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Crusoe’s Absence: Sugar Economies and the Ingenuity of Realism

Event Flier
Barbara Fuchs
Spanish & Portuguese Department
University of California - Los Angeles
Founders Memorial Garden, Main Ballroom
Special Information:

This inaugural lecture and reception kicks off the new year of activities of the Early Modern Research Group, which brings together scholars from across Franklin College, with support from the Mellon-funded Global Georgia Program and the Latin American and Caribbean Studies Institute. Refreshments will be served.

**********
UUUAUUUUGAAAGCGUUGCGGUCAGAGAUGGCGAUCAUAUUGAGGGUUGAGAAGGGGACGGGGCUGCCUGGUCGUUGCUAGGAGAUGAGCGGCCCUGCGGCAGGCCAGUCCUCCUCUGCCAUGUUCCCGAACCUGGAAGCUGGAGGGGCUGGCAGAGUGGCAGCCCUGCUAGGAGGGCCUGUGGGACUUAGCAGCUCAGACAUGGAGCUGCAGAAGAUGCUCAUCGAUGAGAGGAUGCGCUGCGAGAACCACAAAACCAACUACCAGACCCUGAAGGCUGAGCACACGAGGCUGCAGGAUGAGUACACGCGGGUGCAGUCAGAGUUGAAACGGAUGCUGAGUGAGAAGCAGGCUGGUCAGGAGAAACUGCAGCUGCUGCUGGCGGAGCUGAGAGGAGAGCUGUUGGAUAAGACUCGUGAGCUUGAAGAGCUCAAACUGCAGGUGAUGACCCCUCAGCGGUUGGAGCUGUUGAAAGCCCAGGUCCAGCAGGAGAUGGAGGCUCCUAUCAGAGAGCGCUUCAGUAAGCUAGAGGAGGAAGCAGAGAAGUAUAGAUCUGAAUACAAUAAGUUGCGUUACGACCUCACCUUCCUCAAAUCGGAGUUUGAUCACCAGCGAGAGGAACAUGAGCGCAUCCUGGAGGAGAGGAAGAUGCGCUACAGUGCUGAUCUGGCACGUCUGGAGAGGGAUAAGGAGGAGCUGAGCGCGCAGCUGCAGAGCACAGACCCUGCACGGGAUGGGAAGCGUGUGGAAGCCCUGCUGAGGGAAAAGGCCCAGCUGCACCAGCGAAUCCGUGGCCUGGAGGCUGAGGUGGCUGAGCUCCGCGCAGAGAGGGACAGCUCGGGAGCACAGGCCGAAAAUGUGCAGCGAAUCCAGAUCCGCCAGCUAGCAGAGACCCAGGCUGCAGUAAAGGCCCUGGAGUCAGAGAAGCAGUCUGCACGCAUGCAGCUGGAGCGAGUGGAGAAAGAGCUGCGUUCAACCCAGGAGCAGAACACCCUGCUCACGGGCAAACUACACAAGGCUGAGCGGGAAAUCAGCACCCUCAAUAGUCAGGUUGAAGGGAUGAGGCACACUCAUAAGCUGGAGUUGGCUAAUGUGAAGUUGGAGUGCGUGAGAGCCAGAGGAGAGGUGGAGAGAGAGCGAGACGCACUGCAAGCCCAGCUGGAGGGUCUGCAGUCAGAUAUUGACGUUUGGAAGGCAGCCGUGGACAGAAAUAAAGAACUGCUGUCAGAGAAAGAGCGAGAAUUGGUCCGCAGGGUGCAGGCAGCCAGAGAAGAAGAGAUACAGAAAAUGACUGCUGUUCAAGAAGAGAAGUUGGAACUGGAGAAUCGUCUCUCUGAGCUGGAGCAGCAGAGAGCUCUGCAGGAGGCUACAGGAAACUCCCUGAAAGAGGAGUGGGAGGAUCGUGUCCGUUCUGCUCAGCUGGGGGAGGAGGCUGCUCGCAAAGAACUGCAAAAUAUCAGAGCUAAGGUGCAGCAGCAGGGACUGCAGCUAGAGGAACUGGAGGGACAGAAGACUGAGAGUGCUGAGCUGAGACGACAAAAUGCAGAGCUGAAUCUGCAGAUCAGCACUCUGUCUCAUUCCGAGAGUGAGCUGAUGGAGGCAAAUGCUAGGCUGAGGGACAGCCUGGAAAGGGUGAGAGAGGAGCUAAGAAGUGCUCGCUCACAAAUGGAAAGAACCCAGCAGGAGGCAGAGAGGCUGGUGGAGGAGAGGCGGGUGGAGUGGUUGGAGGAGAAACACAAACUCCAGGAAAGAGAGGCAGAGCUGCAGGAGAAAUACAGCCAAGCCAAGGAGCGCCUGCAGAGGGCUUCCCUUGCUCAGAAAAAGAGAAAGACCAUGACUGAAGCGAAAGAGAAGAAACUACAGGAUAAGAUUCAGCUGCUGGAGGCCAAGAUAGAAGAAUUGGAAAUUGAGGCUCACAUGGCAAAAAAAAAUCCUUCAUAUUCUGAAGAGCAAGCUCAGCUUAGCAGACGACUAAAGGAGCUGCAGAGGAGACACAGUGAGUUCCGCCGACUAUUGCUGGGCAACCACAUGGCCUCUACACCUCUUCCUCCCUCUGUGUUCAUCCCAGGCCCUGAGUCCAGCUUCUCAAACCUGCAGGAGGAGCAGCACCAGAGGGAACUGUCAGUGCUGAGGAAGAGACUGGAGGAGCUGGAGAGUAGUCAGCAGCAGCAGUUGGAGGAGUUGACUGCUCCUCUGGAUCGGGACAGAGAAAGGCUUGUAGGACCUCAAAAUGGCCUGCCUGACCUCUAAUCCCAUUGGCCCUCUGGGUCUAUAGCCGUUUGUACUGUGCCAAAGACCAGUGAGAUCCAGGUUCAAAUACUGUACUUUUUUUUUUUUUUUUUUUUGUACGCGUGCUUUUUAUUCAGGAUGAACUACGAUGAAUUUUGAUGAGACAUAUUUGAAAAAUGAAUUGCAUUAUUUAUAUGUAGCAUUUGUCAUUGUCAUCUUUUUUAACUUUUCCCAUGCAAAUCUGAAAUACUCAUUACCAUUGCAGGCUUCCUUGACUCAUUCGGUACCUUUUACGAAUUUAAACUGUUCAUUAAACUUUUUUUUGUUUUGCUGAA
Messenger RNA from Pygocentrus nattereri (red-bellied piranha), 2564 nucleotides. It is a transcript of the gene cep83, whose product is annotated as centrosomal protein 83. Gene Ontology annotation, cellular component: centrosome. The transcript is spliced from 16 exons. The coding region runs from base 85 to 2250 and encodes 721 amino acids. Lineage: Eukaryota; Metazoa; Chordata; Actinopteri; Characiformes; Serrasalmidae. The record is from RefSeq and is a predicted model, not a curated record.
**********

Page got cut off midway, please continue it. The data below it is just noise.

Abstract: If, as postcolonial criticism has shown, Crusoe's experience is part of the longue durée of race and empire in the West, it must be considered in relation to earlier Iberian as well as subsequent Dutch, French, and English imperial projects. In this light, Crusoe’s absence from his Brazilian plantation is as significant as his presence on the island, and reinserts his narrative into broader contexts of inter-imperial rivalry, Atlantic sugar, and a more nuanced history of the novel. Reading Robinson Crusoe in relation to the layered and entangled history of colonialism in the Atlantic World reveals the partiality of viewing the protagonist on his island as an English exemplar.

We hope you can join us. The address can be found below.

425 South Lumpkin Street, Athens, GA 30605

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